Jon Christensen is an adjunct assistant professor of history and a member of the UCLA Institute of the Environment and Sustainability. This essay appeared Nov. 29 in the San Francisco Chronicle.
California Gov. Jerry Brown has found a sweet spot in climate-change communication. His genius is combining what seem on the surface to be two irreconcilable rhetorical strategies: a fateful doom and gloom, on the one hand, and sunny, pragmatic optimism on the other. Scientists, advocates and other politicians should take note. This could save the world, the California way.
Too often climate advocates stop at apocalypse. If we don’t change everything now, or “yesterday,” as one scientist said recently, we’re toast. Or drowned. Or something, really, really bad.
The problem with this kind of message, research has shown, is that most people basically tune out right about then. If the world’s going to end, and I can’t do anything about it, I’ve got other things to worry about right now, thank you very much. Tell me when it’s over.
Compelled to conserve
Maybe it’s Jerry Brown’s Jesuit training in eschatology that makes him think a lot about the apocalypse. I know he does, because we talked about it for a few hours one day about a year ago, on a panel I moderated at Stanford University with the governor, the French philosopher Jean-Pierre Dupuy and others.
Earlier this year, he started sounding like Jeremiah. He literally warned of a coming apocalypse if we don’t move to curb carbon emissions dramatically. He claimed that California’s epic drought — in its fourth year — and devastating wildfires were signs of the end times to come.
But here’s the kicker: He didn’t stop there. In tying climate change to the drought, he told Californians they needed to change their ways. And they did, dramatically cutting their water consumption over a long, hot summer and into the fall.
This wasn’t just the result of rhetoric, of course. It was backed up by regulations. The state imposed mandatory conservation on cities, for example. But cities, except in a few special cases, haven’t compelled citizens to conserve. They’ve provided incentives for residents to tear out lawns and put in drought-tolerant landscaping, and people have voluntarily turned off sprinklers, put buckets in their showers and let their cars stay dusty. Oh, sure, there are a few flagrant free riders. And they get a lot of attention.
But by combining a prophetic apocalyptic vision of the future with signs that people could understand in their own lives today, accompanied by pragmatic steps that we could all take now to avoid doom, guess what? People stepped up.
In fact, this is one of the principal functions of dystopian visions, according to the great literary theorist Fredric Jameson. Science fiction is meant to be a vision of the future from which we can see our present as the past of that future. Dystopian scenarios encourage us to act in such a way that the dystopia does not come to be.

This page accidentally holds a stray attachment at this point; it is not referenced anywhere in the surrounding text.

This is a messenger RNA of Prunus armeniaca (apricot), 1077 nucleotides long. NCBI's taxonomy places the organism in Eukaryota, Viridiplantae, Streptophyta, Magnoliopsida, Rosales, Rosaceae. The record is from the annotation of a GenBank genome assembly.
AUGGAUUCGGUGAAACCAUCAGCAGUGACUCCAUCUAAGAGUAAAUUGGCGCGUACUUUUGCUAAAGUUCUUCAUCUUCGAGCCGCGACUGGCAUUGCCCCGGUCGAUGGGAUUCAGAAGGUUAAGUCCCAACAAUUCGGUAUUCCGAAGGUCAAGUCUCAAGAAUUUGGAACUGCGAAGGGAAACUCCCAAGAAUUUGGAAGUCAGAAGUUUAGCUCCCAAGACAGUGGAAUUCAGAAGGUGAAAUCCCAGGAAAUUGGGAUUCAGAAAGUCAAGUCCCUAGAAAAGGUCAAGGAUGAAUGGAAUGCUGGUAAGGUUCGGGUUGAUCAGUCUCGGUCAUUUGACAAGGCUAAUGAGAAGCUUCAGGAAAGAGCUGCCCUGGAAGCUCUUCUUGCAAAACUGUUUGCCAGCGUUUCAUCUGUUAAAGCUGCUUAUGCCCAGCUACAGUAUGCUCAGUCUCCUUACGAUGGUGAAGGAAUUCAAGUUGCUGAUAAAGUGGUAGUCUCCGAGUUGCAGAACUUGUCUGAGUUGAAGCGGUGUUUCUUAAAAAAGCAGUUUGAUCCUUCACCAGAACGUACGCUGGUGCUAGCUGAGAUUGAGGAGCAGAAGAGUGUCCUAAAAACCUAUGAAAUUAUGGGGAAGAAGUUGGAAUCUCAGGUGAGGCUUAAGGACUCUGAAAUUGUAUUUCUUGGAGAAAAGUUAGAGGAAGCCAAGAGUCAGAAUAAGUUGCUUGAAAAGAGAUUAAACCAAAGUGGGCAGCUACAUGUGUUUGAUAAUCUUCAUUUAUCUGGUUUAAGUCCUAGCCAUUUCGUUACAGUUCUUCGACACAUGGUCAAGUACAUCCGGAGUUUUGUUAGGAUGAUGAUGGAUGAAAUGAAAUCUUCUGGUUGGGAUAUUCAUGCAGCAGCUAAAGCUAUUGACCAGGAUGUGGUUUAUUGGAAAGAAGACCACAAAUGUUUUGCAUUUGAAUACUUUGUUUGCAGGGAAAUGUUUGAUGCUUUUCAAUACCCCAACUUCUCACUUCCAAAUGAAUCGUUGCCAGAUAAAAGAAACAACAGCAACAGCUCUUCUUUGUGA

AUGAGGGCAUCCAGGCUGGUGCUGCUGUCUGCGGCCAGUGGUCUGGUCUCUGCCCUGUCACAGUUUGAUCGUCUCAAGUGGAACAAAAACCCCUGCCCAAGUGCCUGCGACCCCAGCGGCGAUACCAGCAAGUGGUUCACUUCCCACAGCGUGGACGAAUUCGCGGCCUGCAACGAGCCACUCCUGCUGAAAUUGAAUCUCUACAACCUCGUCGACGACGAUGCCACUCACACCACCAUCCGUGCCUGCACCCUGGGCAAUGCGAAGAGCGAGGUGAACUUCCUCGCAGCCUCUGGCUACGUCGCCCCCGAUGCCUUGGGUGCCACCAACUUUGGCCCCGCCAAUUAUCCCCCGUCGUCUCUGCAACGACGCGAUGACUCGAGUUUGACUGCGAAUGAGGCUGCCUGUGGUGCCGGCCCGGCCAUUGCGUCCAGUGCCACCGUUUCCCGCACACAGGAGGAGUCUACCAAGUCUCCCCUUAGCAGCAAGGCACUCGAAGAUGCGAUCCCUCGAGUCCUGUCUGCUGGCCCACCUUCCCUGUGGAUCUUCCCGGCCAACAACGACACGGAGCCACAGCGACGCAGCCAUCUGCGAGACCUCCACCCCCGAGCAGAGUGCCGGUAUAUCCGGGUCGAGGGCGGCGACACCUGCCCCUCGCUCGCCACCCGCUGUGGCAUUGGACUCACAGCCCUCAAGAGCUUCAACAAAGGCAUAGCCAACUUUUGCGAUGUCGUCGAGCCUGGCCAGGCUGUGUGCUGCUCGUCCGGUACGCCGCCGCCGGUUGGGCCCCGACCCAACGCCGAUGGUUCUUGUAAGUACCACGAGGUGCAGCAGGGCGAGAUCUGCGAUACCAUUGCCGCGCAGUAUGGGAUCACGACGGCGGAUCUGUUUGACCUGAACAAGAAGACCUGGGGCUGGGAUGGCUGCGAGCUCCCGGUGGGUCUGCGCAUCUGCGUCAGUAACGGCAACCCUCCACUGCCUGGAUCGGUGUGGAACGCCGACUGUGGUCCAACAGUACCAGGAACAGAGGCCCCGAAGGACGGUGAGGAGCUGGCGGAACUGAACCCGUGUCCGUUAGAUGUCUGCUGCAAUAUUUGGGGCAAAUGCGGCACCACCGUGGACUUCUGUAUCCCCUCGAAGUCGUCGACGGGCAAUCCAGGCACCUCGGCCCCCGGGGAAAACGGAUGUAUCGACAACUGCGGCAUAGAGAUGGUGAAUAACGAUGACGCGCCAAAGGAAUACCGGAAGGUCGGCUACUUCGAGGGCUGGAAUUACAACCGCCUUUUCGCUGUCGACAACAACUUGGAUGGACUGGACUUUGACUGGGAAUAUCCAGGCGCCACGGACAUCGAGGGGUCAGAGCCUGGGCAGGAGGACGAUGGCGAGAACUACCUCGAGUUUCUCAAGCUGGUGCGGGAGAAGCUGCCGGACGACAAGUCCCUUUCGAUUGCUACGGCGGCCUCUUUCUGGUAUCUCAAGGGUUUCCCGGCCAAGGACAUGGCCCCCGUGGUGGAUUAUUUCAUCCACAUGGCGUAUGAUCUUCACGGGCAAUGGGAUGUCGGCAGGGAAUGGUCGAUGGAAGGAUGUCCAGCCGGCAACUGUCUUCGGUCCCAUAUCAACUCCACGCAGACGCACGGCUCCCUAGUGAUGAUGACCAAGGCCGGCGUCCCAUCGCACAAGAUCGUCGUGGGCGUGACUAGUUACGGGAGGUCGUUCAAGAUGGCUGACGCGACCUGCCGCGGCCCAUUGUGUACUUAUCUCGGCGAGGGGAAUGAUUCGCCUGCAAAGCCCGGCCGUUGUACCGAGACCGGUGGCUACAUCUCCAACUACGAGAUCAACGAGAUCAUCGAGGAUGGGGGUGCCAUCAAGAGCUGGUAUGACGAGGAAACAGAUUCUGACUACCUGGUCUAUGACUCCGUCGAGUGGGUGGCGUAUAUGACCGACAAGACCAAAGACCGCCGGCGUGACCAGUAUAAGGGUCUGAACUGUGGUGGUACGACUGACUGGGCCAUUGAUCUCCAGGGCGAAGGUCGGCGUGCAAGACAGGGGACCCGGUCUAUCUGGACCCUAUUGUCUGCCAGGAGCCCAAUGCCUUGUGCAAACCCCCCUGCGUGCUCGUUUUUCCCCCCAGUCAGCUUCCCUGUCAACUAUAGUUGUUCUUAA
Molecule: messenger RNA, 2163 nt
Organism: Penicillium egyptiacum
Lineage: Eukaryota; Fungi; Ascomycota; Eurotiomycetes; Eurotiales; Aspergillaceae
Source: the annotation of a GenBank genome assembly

Brown has carried this insight into the larger global discourse on climate change. The apocalypse is out there, but California is taking pragmatic steps to steadily ratchet down greenhouse gas emissions to avoid it. California has made equity part of the equation, spending mitigation and adaption money in communities that most need it.
The University of California — one of the largest university systems in the world — has pledged to become carbon neutral by 2025 across 10 campuses and three national laboratories. A group of 50 researchers and scholars from a wide range of disciplines just recently put together a report detailing 10 scalable solutions to climate change, many already in place in California.
If these efforts were scaled up globally, along with continuing investments in new, more efficient renewable energy production and storage technologies, they would go a long way toward flatlining carbon emissions sometime around 2050 and bending the curve of global warming to under 2 degrees Celsius this century, according to these researchers.
Making personal connection
California is the eighth-largest economy in the world. It’s not an example that can be followed everywhere. But Brown has been tirelessly traveling the world striking agreements with states and provinces to create joint pledges to curb emissions and keep global warming below levels that might lead to, well, you know, a future none of us wants.
Brown is taking this narrative to the global climate summit in Paris this week, where it is likely to find a friendly reception. This summit, unlike previous climate summits, which sought binding agreements to limit greenhouse gas emissions, is based on voluntary agreements. The real question is whether this approach is enough.
By all the evidence, apocalyptic narratives about climate change are scaling up pretty well worldwide. Connecting climate change to people’s daily lives and experiences, and pragmatic steps that they can take individually and collectively, is the real challenge.